On June 21, summer officially arrives and it is also the longest day of the year. A wonderful time, even though now the days get shorter; some people call them, "Those lazy, hazy days." That may be, but it also is a busy time. It is time when weeds seem to grow overnight and I have a grandson that helps out with that. We have had enough rain for awhile, in fact in some places too much, but now I believe it is going to settle down to a more settled pattern. Now I hope we can settle down and watch the crops grow.
We all know that is the time for growing. Farmer's markets offer us a pleasant summer vacation from the supermarkets and from our own gardens. However, do you know how to get the best buy? Here are some tips put out by the extension service to help us out:
* Corn on the cob should have crisp green husks and bright, plumb milky kernels
* Snap beans should be crisp, not limp, and uniform in shape. They should be immature, that is seeds should not have developed enough to make pods bulge.
* Beets should be small, smooth - textured and firm.
* Tomatoes should be plump and firm, bruise free, uniformly shaped and bright red - avoid any that have wrinkled skin.
One of my most difficult decisions is to pick out a good musk melon or cantaloupe. This is the extension's advice.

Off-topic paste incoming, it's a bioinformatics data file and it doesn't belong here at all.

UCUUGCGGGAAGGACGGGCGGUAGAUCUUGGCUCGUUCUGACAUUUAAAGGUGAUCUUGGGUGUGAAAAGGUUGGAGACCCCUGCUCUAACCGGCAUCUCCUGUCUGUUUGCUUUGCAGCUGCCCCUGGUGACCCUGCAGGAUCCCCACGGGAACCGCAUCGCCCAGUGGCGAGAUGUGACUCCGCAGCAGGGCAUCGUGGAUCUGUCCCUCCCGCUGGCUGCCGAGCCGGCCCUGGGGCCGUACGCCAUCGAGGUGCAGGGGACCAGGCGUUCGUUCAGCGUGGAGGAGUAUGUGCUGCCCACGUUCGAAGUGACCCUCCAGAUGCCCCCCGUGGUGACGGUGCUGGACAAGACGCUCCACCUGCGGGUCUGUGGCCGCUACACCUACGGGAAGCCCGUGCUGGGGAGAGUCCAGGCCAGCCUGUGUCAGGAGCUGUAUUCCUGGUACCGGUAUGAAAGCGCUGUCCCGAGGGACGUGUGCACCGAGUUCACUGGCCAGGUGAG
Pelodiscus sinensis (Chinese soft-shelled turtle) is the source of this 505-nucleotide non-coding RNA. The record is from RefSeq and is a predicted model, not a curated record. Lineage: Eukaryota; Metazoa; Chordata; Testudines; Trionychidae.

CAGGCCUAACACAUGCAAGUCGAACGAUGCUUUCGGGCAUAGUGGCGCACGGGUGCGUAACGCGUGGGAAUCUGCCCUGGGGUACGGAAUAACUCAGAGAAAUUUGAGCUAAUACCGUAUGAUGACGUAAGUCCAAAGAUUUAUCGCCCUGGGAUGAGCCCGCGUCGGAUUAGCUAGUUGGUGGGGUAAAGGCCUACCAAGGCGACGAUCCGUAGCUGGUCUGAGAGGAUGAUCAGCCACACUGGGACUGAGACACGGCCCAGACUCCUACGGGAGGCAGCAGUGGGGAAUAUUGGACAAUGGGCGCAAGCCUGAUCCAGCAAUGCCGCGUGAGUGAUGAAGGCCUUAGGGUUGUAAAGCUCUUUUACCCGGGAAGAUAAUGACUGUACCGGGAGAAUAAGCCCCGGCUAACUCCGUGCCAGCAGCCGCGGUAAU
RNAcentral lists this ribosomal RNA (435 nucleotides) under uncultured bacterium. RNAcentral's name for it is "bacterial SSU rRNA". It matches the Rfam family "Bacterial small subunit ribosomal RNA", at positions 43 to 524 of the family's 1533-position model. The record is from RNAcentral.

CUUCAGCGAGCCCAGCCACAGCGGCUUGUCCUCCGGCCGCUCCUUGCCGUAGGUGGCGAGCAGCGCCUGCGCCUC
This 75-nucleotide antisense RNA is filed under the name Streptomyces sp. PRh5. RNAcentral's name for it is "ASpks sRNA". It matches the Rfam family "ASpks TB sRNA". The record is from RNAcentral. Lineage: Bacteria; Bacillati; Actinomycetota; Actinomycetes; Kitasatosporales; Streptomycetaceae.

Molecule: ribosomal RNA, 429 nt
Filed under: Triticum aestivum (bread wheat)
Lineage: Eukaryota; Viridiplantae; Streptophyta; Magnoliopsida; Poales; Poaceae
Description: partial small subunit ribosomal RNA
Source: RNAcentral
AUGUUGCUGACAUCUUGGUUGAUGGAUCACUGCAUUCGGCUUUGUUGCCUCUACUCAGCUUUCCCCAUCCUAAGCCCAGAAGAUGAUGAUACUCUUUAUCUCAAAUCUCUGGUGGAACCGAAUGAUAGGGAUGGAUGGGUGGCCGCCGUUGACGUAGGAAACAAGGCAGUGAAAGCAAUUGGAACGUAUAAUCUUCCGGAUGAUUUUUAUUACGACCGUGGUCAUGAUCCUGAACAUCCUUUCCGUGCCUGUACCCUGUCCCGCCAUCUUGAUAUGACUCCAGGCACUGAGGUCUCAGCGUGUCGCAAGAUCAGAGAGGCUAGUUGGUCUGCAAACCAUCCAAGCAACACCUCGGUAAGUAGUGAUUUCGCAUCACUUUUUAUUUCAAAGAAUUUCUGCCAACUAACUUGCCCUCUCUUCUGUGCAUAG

* Cantaloupe should have a smooth stem end, a sign that the melon was ripe when it was picked and slipped easily off the stem. Smell the melon. A pleasant odor indicates good flavor.
Cantaloupes DON'T ripen after they are picked. Also avoid melons that are soft or starting to split around the stem end.
* Peaches should have a background color with a golden cast under the reddish blush. This is a sign that the peach is ripe.
* Apples should be colorful, uniform and bruise - free. Just picked is best.
* Watermelon should have a smooth slightly dull skin.
Fresh vegetables and fruits are one of the joys of summer.
3/4 cup sugar
2/3 cup white vinegar
1/3 cup oil
1 teaspoon salt
Mix well, add sliced zucchini, green pepper, broccoli, carrots, cauliflower or other fresh garden vegetables. Let set for several hours,
"Nature knows no difference between weeds and flowers."-Mason Cooley